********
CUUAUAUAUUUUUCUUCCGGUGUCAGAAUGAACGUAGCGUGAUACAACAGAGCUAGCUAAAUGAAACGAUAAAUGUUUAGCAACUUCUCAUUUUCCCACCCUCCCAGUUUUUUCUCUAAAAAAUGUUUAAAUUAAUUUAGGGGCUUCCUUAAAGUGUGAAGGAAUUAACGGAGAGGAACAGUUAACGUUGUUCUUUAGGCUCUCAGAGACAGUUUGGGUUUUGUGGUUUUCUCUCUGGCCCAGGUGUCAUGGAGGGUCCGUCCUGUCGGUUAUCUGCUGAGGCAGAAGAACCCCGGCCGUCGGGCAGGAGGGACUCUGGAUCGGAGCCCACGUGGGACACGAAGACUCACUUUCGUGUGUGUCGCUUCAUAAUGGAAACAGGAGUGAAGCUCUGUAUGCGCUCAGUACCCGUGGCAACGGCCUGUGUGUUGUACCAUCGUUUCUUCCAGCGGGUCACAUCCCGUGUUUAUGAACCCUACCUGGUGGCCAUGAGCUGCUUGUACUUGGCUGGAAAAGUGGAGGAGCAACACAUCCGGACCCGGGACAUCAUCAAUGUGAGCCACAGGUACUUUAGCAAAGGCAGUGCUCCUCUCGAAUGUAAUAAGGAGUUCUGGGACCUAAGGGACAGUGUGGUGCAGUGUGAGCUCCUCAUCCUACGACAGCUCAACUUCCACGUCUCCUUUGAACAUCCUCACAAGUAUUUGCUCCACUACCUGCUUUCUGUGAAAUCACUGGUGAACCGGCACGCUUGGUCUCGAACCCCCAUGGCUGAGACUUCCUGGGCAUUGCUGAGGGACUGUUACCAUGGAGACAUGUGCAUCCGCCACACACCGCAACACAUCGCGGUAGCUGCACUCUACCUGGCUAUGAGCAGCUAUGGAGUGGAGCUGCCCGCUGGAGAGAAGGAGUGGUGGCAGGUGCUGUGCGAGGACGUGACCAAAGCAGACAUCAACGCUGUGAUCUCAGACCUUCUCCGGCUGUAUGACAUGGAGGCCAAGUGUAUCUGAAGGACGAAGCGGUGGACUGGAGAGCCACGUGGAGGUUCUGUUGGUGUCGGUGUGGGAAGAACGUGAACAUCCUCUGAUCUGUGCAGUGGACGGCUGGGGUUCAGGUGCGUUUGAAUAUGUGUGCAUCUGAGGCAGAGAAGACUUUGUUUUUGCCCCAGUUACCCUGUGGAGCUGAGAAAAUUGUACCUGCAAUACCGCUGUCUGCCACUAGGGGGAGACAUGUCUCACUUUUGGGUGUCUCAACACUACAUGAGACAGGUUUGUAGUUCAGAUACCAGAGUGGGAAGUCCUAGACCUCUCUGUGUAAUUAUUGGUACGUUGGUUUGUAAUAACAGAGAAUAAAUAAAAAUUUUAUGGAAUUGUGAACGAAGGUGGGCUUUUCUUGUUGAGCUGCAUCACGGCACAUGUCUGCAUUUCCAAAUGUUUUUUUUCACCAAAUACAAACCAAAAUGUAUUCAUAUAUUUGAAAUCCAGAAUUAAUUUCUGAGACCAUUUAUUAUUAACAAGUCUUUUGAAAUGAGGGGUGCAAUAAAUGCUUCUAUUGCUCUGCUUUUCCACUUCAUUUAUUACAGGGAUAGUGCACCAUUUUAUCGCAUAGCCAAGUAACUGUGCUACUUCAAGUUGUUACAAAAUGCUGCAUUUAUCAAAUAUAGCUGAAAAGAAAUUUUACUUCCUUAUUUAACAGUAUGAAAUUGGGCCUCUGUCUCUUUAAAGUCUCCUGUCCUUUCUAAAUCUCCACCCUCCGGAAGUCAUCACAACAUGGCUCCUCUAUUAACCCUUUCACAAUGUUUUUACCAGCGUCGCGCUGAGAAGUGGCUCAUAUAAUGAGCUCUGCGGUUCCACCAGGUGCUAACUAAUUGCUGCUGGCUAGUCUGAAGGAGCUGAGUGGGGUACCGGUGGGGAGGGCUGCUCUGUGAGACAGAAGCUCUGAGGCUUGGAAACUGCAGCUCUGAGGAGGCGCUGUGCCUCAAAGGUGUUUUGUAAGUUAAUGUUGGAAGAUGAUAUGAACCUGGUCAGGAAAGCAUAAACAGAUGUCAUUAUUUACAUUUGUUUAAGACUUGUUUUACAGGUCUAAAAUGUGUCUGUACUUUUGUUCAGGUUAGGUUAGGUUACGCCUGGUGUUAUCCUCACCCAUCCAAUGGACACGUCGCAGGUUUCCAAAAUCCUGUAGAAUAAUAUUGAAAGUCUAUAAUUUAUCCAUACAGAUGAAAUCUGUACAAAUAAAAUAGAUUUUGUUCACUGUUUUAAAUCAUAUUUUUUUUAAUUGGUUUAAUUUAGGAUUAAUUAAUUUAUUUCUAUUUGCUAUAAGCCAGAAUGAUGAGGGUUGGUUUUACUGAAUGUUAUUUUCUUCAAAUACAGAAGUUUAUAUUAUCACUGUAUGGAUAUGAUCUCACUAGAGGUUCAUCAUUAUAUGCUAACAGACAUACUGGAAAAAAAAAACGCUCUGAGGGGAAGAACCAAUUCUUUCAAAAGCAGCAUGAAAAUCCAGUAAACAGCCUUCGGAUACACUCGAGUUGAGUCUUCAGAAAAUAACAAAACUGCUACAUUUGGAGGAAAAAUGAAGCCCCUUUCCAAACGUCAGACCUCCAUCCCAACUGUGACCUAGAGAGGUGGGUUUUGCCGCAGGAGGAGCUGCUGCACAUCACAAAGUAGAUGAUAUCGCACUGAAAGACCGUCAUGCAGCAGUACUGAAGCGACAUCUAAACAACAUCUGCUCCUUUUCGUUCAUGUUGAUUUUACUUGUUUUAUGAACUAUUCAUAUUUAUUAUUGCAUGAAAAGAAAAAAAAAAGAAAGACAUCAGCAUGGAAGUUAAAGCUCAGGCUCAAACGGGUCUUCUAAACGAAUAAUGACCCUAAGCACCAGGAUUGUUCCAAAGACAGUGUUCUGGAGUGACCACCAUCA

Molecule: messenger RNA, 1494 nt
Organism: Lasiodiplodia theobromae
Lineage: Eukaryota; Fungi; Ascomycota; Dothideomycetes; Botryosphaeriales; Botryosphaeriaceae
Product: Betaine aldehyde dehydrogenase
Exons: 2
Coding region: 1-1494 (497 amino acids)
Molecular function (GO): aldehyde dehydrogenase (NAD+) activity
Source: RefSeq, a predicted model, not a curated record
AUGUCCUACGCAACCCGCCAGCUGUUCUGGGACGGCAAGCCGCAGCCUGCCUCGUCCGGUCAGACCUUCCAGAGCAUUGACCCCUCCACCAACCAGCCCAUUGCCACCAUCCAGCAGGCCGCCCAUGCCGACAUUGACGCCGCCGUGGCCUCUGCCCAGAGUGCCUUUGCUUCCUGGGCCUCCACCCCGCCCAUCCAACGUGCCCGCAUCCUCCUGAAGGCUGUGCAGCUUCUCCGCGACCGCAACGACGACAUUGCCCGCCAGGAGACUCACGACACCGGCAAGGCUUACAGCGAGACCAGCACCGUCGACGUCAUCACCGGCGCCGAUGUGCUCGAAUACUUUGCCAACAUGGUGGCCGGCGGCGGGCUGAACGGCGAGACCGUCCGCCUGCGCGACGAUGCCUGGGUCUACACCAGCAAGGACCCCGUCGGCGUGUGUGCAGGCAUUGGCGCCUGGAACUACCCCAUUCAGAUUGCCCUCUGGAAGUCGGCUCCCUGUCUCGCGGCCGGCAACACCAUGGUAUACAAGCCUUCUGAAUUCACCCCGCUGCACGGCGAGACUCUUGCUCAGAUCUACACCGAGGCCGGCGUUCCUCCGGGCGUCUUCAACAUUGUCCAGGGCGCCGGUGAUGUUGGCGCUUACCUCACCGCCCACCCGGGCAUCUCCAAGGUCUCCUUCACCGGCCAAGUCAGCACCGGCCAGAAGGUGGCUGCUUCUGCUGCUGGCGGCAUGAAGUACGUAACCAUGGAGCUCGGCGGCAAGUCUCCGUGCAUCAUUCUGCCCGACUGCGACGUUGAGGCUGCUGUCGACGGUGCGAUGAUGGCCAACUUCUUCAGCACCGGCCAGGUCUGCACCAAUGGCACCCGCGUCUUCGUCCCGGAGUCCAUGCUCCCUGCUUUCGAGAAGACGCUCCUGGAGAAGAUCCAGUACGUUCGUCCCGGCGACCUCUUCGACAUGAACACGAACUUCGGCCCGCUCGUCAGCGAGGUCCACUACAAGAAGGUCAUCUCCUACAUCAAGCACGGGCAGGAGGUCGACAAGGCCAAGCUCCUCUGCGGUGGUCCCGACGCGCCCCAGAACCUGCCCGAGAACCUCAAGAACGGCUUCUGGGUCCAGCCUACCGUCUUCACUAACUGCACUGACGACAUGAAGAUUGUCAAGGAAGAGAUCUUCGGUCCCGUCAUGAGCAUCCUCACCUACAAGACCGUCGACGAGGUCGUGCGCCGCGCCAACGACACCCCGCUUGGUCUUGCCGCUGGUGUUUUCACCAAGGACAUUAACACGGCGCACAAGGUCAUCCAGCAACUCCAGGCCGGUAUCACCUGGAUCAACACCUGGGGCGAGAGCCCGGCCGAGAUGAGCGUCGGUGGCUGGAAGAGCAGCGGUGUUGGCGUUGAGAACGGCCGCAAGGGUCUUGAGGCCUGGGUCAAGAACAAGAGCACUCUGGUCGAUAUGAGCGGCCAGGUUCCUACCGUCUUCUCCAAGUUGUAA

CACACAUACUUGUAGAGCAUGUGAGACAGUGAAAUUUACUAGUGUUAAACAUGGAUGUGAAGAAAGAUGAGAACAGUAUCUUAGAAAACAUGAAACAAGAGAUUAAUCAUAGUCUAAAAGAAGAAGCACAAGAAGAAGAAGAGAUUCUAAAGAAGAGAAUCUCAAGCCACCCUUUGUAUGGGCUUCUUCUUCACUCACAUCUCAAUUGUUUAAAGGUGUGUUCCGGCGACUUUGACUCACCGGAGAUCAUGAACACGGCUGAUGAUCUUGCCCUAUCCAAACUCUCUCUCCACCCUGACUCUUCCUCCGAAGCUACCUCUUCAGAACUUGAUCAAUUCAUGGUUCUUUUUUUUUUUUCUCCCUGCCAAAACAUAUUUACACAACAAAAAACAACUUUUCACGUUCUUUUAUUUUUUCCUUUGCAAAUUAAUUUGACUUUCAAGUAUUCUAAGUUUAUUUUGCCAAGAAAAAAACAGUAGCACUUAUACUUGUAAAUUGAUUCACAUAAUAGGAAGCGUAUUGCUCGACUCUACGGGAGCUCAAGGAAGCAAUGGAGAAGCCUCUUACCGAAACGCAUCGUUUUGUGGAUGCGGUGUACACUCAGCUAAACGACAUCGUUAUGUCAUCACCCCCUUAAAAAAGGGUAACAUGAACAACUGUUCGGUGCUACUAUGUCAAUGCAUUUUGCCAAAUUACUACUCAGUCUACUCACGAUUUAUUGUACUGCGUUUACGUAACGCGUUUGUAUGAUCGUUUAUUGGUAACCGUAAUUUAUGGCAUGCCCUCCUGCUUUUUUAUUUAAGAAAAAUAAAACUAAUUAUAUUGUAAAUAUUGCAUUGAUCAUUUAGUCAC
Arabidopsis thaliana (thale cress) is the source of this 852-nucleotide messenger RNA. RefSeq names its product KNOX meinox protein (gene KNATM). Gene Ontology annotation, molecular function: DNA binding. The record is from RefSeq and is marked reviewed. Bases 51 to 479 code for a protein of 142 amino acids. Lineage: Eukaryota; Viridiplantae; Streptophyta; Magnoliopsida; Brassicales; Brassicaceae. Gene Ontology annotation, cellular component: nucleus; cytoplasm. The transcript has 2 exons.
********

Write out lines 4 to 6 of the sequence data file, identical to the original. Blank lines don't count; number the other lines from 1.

Lineage: Eukaryota; Fungi; Ascomycota; Dothideomycetes; Botryosphaeriales; Botryosphaeriaceae
Product: Betaine aldehyde dehydrogenase
Exons: 2